11. 11. Transformational Technology Evolution Reduced Complexity & Cost, Increased Business Value <ul><li>Evolution of transformational desktop technologies over time will be shaped by the Infrastructure Optimization Model (IOM) </li></ul>Basic Cost Center Uncoordinated, manual infrastructure Standardized Efficient Cost Center Managed IT Infrastructure with some automation Rationalized Business Enabler Managed and consolidated IT Infrastructure Dynamic Strategic Asset Fully automated management, dynamic resource usage
    12. 12. Transformational Technologies and the IOM Dynamic OS Imaging App Virtualization Machine Virtualization <ul><li>Sector-based disk imaging </li></ul><ul><li>File-based disk imaging </li></ul><ul><li>Limited use of OS-based machine virtualization </li></ul><ul><li>Wide use of chip-based machine virtualization </li></ul><ul><li>Limited use of application virtualization, primarily to solve application conflict </li></ul><ul><li>Application virtualization used as primary method of software deployment </li></ul>Standard Rationalized
    13. 13. Future Impact of Transformational Technologies <ul><li>Disk Imaging </li></ul><ul><ul><li>File-based disk imaging will become the de facto standard over the next 5 years, replacing sector-based approaches </li></ul></ul><ul><li>OS Streaming </li></ul><ul><ul><li>OS streaming will be of limited value and will only be used for specific types of fixed desktop users (i.e. call center, university, etc.) </li></ul></ul><ul><li>Machine Virtualization </li></ul><ul><ul><li>OS-based machine virtualization (Microsoft Virtual PC, VMware Workstation/ACE) will continue to be used for edge cases and will not be widely adopted </li></ul></ul><ul><ul><li>Chip-based machine virtualization (Intel VT, AMD Pacifica) will become widely adopted </li></ul></ul>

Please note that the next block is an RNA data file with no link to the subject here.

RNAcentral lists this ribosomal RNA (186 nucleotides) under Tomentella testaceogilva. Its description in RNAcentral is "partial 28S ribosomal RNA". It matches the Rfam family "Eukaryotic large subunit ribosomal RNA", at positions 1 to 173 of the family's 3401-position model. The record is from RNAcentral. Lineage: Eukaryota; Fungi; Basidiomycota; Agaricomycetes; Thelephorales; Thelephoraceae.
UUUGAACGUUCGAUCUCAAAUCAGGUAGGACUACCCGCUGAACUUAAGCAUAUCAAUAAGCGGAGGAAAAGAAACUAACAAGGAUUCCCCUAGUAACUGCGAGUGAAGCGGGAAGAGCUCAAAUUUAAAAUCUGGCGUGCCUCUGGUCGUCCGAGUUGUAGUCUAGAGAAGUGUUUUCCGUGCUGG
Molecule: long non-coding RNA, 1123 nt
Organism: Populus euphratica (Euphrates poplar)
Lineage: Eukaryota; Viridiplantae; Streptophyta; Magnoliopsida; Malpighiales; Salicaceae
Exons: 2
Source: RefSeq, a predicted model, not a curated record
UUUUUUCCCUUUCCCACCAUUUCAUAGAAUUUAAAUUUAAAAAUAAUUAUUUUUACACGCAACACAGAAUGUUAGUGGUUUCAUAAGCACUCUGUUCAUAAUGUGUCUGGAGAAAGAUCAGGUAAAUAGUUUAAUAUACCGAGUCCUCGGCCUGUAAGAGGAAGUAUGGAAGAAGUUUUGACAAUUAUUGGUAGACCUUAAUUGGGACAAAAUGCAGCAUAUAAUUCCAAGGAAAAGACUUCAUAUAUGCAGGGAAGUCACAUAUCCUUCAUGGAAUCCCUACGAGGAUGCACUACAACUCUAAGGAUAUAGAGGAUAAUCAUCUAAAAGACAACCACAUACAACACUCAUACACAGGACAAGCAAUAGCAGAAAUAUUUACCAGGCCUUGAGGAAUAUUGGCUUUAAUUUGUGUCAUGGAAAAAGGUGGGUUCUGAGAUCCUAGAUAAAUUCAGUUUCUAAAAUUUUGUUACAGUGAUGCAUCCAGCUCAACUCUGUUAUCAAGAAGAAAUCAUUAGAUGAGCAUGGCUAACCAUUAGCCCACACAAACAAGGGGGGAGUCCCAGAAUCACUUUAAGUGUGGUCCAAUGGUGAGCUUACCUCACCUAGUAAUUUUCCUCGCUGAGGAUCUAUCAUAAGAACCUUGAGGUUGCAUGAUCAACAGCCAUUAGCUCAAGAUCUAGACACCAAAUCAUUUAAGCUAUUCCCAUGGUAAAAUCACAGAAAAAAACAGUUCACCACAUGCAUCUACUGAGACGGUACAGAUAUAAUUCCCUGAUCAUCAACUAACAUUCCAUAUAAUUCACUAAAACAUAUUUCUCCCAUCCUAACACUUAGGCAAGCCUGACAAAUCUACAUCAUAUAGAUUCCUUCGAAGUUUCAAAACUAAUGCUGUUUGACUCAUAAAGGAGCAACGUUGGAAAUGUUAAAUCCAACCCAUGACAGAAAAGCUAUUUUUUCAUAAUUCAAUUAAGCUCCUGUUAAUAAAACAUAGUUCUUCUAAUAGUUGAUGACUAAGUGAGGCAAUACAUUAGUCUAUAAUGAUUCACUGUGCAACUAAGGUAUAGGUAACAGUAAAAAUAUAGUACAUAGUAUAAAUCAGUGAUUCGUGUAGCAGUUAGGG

14. 14. Future Impact of Transformational Technologies <ul><li>Application Virtualization </li></ul><ul><ul><li>Application virtualization (Softricity) will become widely adopted for application deployment and management </li></ul></ul><ul><li>Thin Client </li></ul><ul><ul><li>Thin client will continue to be used primarily for remote access, branch office and mobility solutions, as opposed to desktop replacement </li></ul></ul>
    15. 15. Tomorrow's Corporate Desktop Architecture
    16. 16. Tomorrow's Corporate Desktop Architecture <ul><li>OS </li></ul><ul><ul><li>Primarily rich Windows client </li></ul></ul><ul><ul><li>Deployed using file-based disk imaging technology </li></ul></ul><ul><ul><li>Runs in a partition managed by a chip-based hypervisor; every system runs a number of role-based partitions </li></ul></ul><ul><ul><ul><li>Inaccessible admin partition hosting AV, other security software </li></ul></ul></ul><ul><ul><ul><li>Managed partition for corporate productivity tools </li></ul></ul></ul><ul><ul><ul><li>User configurable partition for personal browsing, gaming, etc. </li></ul></ul></ul><ul><ul><li>Limited use of OS streaming (i.e. call centers, universities, etc.) </li></ul></ul>
    17. 17. Tomorrow's Corporate Desktop Architecture <ul><li>Applications </li></ul><ul><ul><li>Primarily a mix of rich Windows and browser-based </li></ul></ul><ul><ul><li>Limited set of core applications (i.e. Microsoft Office, AV, VPN, etc.) are pre-installed in a file-based disk image </li></ul></ul><ul><ul><li>Most other applications are virtualized and delivered via on-demand streaming </li></ul></ul><ul><ul><li>Thin client solutions are still limited to supporting remote access, branch office and mobile users, as opposed to being used for desktop replacement </li></ul></ul>
    18. 18. Comparison of Architectures Wide use of chip-based machine virtualization Limited use of OS-based machine virtualization Machine Virtualization Wide use Limited use Application Virtualization Limited use Limited use Thin Client Limited use Limited use OS Streaming Uses file-based disk imaging technology Uses sector-based disk imaging technology OS Deployment Primarily rich Windows client Today Primarily rich Windows client OS Tomorrow Component/Solution
    19. 19. <ul><li>Jeff Fisher Director, Business Development [email_address] (917) 658-0516 </li></ul>